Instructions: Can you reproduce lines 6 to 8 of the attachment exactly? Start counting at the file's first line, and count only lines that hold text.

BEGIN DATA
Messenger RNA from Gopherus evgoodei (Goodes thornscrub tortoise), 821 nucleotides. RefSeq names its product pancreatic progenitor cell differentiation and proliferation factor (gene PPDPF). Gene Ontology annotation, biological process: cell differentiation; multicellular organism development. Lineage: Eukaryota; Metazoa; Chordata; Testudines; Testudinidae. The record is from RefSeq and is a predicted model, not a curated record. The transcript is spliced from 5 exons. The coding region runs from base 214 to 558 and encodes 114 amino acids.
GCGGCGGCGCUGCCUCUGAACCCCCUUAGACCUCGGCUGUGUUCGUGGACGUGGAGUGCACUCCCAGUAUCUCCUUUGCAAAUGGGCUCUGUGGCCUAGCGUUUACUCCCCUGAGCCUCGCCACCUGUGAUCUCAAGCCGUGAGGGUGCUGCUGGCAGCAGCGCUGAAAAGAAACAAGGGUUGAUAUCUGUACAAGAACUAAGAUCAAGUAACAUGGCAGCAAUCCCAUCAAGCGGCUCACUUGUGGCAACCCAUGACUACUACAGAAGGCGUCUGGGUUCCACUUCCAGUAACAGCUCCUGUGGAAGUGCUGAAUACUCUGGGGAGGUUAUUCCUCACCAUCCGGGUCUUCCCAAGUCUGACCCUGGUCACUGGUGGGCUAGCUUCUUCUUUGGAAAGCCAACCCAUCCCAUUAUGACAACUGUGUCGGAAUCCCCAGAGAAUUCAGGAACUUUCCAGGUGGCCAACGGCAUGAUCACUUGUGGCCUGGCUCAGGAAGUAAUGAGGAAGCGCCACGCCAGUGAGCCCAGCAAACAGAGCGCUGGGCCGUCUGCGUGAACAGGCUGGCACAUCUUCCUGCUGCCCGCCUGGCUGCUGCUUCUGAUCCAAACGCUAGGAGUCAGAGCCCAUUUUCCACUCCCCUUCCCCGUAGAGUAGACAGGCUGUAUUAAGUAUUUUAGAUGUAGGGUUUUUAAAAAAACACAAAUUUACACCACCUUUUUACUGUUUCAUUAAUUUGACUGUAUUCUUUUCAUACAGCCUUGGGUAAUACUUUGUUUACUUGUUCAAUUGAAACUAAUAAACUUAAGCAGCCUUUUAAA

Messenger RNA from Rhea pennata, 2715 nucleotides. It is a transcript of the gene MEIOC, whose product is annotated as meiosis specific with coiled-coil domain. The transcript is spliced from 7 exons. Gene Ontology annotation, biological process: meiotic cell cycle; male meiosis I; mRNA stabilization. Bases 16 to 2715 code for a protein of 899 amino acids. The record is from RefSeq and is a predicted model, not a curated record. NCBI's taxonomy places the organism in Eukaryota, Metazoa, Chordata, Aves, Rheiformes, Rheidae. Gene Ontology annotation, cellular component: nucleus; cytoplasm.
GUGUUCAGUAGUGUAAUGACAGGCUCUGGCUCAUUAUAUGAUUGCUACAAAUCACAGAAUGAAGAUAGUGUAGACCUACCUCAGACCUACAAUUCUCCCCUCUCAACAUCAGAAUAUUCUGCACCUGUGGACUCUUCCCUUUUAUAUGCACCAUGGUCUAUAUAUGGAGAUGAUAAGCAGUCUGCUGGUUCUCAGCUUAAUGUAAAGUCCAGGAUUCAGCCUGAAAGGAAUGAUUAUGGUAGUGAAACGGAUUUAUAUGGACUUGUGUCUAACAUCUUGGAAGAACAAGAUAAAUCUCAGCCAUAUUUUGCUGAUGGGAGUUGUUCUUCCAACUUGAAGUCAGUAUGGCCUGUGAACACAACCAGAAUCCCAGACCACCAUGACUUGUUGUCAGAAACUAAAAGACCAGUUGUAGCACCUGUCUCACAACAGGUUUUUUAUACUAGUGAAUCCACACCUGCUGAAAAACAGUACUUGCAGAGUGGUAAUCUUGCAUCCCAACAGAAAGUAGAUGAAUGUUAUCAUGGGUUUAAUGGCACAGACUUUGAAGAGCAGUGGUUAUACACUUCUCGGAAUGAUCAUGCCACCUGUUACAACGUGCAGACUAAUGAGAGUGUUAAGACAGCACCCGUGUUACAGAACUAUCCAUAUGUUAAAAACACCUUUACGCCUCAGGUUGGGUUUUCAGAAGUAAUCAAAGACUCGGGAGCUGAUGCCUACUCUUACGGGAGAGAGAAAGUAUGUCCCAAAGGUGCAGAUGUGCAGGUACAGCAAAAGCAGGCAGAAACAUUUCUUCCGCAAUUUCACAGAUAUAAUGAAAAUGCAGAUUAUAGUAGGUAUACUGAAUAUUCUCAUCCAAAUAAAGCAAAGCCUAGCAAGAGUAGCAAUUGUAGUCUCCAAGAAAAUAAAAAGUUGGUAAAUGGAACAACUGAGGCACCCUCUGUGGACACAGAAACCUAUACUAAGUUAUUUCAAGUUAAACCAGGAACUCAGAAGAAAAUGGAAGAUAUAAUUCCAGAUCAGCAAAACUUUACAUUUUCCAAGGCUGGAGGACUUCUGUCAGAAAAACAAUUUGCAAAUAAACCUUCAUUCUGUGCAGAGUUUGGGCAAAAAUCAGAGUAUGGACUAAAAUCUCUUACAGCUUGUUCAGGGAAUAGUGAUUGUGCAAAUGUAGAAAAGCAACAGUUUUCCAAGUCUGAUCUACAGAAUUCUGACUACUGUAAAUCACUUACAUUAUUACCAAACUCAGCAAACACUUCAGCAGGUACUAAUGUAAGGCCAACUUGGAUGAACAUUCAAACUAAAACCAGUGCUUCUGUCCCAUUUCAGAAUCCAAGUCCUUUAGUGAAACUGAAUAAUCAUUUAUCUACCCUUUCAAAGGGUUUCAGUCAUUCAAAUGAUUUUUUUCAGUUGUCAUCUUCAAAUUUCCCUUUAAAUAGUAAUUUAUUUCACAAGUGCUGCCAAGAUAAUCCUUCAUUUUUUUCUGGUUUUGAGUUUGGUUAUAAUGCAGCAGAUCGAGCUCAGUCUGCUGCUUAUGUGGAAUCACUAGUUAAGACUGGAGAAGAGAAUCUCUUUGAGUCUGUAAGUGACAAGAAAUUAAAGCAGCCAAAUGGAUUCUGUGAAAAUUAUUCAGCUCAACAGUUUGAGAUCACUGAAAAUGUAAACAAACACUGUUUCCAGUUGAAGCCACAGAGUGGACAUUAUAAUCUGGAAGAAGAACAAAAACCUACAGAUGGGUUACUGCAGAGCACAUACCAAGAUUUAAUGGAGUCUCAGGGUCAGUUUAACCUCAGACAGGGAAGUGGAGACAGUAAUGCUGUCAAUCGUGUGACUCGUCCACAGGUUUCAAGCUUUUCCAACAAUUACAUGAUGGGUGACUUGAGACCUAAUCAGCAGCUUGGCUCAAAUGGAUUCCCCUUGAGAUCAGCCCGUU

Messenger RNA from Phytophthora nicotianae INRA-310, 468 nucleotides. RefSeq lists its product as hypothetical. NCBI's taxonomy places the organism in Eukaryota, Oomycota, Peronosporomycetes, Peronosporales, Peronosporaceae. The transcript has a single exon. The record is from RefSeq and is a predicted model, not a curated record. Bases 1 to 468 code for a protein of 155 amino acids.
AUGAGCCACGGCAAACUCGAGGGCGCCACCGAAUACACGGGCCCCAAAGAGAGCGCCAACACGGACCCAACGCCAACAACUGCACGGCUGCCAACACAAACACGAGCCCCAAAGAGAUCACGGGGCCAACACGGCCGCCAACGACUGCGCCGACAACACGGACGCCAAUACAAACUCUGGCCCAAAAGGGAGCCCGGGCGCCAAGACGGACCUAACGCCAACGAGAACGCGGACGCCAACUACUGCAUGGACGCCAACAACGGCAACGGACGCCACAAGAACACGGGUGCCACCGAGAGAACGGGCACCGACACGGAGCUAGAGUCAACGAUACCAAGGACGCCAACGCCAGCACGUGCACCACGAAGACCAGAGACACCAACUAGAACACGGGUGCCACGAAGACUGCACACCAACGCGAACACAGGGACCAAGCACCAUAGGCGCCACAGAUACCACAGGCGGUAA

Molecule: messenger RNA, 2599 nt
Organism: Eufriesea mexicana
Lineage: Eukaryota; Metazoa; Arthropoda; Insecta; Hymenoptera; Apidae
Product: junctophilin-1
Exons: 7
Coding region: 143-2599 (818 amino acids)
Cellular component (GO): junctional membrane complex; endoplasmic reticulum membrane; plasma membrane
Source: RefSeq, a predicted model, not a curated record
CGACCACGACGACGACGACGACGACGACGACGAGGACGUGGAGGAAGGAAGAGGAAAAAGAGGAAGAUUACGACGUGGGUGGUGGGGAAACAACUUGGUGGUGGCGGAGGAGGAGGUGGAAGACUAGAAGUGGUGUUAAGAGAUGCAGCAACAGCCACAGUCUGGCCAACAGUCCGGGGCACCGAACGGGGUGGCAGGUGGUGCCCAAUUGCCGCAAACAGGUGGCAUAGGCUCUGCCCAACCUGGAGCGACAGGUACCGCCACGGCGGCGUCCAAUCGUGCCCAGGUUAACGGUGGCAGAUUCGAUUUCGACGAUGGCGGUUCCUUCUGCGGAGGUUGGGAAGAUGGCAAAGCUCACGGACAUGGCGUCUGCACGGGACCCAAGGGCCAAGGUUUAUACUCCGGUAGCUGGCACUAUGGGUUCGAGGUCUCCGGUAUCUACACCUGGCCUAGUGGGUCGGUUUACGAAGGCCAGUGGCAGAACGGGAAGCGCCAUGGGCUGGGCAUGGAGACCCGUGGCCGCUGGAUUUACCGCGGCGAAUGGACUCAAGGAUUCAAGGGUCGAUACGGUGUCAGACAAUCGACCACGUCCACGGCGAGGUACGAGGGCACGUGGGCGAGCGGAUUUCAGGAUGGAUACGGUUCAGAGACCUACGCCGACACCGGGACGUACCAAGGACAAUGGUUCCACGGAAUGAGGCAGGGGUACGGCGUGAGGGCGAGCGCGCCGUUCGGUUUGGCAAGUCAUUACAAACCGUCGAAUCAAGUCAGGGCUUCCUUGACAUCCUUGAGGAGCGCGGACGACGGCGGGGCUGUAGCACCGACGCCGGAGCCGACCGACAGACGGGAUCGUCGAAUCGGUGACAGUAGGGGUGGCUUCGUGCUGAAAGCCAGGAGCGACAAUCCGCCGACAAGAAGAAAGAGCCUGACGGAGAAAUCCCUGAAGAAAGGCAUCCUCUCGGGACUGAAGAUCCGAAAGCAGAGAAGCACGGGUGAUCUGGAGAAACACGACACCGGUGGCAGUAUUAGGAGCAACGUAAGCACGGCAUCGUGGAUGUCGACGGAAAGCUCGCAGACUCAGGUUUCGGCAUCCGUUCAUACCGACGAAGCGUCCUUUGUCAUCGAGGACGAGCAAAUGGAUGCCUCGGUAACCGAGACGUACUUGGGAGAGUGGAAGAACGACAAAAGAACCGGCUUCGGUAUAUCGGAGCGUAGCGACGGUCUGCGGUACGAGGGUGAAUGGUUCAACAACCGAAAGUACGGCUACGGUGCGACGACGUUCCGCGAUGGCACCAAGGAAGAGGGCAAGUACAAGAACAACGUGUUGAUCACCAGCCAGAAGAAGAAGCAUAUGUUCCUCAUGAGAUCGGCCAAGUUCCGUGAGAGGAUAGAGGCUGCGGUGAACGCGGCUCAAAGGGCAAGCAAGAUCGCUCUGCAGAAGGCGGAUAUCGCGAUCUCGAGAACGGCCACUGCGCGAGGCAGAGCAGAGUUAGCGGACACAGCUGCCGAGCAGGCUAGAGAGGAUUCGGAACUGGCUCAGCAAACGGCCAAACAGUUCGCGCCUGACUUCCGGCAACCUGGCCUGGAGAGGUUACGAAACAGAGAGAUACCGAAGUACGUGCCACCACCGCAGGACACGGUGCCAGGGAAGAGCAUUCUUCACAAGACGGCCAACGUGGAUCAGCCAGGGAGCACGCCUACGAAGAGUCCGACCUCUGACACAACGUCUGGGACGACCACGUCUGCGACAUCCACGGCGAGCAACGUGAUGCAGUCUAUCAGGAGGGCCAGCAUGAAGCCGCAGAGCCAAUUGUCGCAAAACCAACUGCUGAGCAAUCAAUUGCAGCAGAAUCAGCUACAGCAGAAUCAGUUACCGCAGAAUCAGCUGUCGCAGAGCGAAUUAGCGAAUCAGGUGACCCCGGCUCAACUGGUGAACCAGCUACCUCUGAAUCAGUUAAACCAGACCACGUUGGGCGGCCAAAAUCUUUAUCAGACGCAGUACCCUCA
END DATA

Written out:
AUGAGCCACGGCAAACUCGAGGGCGCCACCGAAUACACGGGCCCCAAAGAGAGCGCCAACACGGACCCAACGCCAACAACUGCACGGCUGCCAACACAAACACGAGCCCCAAAGAGAUCACGGGGCCAACACGGCCGCCAACGACUGCGCCGACAACACGGACGCCAAUACAAACUCUGGCCCAAAAGGGAGCCCGGGCGCCAAGACGGACCUAACGCCAACGAGAACGCGGACGCCAACUACUGCAUGGACGCCAACAACGGCAACGGACGCCACAAGAACACGGGUGCCACCGAGAGAACGGGCACCGACACGGAGCUAGAGUCAACGAUACCAAGGACGCCAACGCCAGCACGUGCACCACGAAGACCAGAGACACCAACUAGAACACGGGUGCCACGAAGACUGCACACCAACGCGAACACAGGGACCAAGCACCAUAGGCGCCACAGAUACCACAGGCGGUAA

Molecule: messenger RNA, 2599 nt
Organism: Eufriesea mexicana